Circumferential scar around compartment + tense compartment + severe pain (out of proportion) = compartment syndrome (scar has caused decreased venous/lymphatic drainage)
Question # 5
A 25 year old man is involved in a motor vehicle collision and undergoes a prolonged orthopedic surgery to repair a right tibia fracture. On postoperative day 1 he has increasing pain in his right leg and is treated with IV fluids and morphine. Two hours later the patient continues to complain of pain that worsens with passive movement, and notes an altered sensation in his right leg. A physical exam is notable for a tense, tender swelling of the right calf. There is a sensory loss between the great and second toe. Dorsalis pedis pulses are palpated bilaterally. What is the suspected diagnosis in this patient?
Recent trauma to compartment + tense compartment + pain to passive movement = compartment syndrome
Question # 6
A 78 year old woman comes to the ED because she has been suffering from leg pain and numbness of the past day. Her past medical history is notable for atrial fibrillation and also hypertension. A physical exam shows that her right limb is cold and pale below the level of the knee. A ultrasound study reveals that she has an occluding thrombus in her in her right femoral artery, and a embolectomy is performed. The procedure is uncomplicated, and the patient has strong pulses return to her lower limb after. Later in the recovery unit, the patient begins to experience severe right calf pain that is unlike anything she has ever experienced. Her right calf is visibly swollen, and is tense and tender to palpation. Her pain worsens with dorsiflexion of the right foot. Her dorsalis pedis pulse is now absent on the right foot. What is the likely diagnosis in this patient?
Explanation # 6
Recent operation in compartment/trauma to compartment + severe pain + tense compartment + loss of pulses = compartment syndrome
Question # 7
A 22 year old female is brought to the ER right after she is stuck by a car when crossing the street. On arrival she complains of leg pain. Her vital signs are all unremarkable, and a physical exam shows that her sensory and motor function are intact in the right foot. Her lower extremity pulses are present bilaterally. An X-ray of the right lower leg shows a displaced comminuted fracture of the tibia. The patient’s broken limb is splinted in the ED, and the patent is admitted so that she can be observed. A few hours after this, she complains of numbness in her right foot, and starts to develop increasing pain in this lower extremity. Examination of the foot reveals that now she has decreased sensation to pinprick over the foot, and also has severe pain with passive extension of the toes. What is the diagnosis in this patent?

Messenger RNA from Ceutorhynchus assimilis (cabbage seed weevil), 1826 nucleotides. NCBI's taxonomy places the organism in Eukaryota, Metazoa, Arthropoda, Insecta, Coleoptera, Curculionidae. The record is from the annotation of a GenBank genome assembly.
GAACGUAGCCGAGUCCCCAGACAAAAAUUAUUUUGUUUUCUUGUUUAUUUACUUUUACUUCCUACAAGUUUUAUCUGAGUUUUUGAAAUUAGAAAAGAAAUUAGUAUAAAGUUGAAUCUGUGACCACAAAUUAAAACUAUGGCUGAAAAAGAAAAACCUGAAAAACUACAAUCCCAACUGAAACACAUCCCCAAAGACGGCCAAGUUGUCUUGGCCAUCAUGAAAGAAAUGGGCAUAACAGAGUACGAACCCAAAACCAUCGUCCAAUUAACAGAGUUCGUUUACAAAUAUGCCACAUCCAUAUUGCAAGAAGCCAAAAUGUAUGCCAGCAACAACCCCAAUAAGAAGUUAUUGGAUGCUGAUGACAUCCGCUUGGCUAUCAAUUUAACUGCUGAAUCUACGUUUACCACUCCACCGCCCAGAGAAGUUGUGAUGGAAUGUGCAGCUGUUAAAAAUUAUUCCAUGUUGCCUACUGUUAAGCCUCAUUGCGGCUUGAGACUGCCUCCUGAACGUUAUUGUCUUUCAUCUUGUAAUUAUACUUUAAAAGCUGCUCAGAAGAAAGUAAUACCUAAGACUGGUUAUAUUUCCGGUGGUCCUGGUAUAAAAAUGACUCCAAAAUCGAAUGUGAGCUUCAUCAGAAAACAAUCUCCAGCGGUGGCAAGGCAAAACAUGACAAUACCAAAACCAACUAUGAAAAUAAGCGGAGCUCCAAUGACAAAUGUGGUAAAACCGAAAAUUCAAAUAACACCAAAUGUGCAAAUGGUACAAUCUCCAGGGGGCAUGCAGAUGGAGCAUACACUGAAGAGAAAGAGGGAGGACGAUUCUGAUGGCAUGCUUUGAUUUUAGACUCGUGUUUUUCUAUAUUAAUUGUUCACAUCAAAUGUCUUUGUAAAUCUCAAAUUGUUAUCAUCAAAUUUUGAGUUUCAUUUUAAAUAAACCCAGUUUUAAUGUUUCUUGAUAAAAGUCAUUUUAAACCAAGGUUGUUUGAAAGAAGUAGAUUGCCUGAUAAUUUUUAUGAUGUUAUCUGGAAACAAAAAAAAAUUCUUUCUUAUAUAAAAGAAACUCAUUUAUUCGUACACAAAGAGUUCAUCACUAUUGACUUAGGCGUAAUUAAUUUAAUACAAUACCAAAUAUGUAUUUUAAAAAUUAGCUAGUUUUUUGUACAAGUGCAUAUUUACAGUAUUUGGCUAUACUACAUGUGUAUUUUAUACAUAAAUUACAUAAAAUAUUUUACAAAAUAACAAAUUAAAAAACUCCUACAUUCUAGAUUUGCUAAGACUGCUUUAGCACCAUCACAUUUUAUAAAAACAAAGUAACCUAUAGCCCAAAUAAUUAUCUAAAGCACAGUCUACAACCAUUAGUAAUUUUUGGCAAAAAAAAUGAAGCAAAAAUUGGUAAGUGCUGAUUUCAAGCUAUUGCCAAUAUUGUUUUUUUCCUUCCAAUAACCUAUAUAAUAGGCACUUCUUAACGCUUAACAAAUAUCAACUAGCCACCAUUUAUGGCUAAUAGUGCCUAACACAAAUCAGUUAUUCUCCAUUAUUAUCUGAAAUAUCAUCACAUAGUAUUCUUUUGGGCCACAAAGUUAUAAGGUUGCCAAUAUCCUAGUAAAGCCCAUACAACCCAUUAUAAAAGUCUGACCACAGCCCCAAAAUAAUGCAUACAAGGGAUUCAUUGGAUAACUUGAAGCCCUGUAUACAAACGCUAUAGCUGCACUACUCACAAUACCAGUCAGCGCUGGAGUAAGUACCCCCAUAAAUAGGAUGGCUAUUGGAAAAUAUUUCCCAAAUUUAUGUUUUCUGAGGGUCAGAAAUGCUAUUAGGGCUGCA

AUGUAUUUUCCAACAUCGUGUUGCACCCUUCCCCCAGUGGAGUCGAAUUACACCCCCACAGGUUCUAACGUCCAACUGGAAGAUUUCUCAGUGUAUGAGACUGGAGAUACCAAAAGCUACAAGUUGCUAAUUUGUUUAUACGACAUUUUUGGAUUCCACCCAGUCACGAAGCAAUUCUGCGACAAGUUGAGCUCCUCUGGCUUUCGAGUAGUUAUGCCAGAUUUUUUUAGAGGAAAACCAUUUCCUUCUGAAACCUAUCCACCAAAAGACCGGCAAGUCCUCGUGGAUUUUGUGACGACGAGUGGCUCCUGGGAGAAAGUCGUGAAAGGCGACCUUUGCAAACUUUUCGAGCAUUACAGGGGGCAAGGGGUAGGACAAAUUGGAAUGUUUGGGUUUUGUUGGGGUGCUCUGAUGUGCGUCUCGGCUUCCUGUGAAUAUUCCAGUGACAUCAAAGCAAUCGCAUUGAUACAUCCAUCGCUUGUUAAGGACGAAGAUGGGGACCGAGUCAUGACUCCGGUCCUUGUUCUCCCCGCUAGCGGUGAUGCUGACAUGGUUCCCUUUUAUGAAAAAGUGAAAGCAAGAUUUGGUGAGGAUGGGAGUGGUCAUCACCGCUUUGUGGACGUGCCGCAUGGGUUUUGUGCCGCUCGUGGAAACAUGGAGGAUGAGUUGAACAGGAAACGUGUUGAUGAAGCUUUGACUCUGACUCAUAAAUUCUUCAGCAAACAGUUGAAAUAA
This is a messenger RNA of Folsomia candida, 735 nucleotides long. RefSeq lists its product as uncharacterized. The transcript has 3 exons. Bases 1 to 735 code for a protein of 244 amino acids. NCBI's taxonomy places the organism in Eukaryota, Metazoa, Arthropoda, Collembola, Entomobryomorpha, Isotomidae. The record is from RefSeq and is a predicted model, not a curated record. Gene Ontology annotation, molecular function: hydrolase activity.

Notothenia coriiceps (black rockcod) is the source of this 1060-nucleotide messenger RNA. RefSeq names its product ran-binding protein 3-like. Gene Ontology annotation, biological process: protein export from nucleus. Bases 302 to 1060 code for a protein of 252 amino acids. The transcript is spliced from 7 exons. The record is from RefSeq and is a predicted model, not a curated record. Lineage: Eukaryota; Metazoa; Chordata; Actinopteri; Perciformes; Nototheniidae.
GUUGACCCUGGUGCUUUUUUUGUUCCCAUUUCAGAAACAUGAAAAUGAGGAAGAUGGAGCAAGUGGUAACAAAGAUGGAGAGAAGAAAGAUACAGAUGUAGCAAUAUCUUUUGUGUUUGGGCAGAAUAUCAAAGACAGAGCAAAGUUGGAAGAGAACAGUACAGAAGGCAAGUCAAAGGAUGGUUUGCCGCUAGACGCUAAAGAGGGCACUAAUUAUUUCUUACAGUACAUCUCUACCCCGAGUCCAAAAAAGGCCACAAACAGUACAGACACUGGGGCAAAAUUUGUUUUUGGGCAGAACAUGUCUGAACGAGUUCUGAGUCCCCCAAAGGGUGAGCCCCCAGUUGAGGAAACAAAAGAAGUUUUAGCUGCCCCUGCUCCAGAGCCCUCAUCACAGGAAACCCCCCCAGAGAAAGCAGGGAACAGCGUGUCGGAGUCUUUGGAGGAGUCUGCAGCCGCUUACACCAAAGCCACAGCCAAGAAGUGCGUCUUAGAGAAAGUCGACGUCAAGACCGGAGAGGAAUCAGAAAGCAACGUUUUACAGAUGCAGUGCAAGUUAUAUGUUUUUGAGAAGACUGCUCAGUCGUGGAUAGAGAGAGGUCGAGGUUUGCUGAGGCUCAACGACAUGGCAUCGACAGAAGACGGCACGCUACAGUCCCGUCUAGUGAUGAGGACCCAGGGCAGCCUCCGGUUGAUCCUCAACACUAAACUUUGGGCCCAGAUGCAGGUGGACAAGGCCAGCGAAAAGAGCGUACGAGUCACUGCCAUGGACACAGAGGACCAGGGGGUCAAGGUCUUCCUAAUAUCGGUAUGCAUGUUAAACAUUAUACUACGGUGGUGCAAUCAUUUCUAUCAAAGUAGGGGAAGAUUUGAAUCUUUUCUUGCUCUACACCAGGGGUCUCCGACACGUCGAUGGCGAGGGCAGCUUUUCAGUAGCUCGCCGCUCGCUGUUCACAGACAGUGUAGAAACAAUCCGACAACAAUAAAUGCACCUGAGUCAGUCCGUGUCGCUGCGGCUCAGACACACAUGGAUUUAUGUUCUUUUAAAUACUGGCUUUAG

Explanation # 7
Trauma to compartment (car accident resulting in broken bone) + pain in compartment + numbness + loss of sensation + pain with passive extension = compartment syndrome
TESTABLE FACTS ABOUT THIS TOPIC (BEYOND ITS IDENTIFICATION)
Many questions on standardized exams go beyond simply recognizing the underlying topic. Often there are specific testable facts regarding some aspect of the topic’s pathophysiology/management/clinical implications that are commonly asked. Some of these are listed below:
Further diagnostic tests:
- Measurement of compartment pressure: this can be done to assess if the patient needs surgery (often not done and patients sent directly to surgery ).
- Surgical decompression (fasciotomy) is the only effective treatment for this condition (pressure needs to be reduced).
Page Updated: 01.22.2017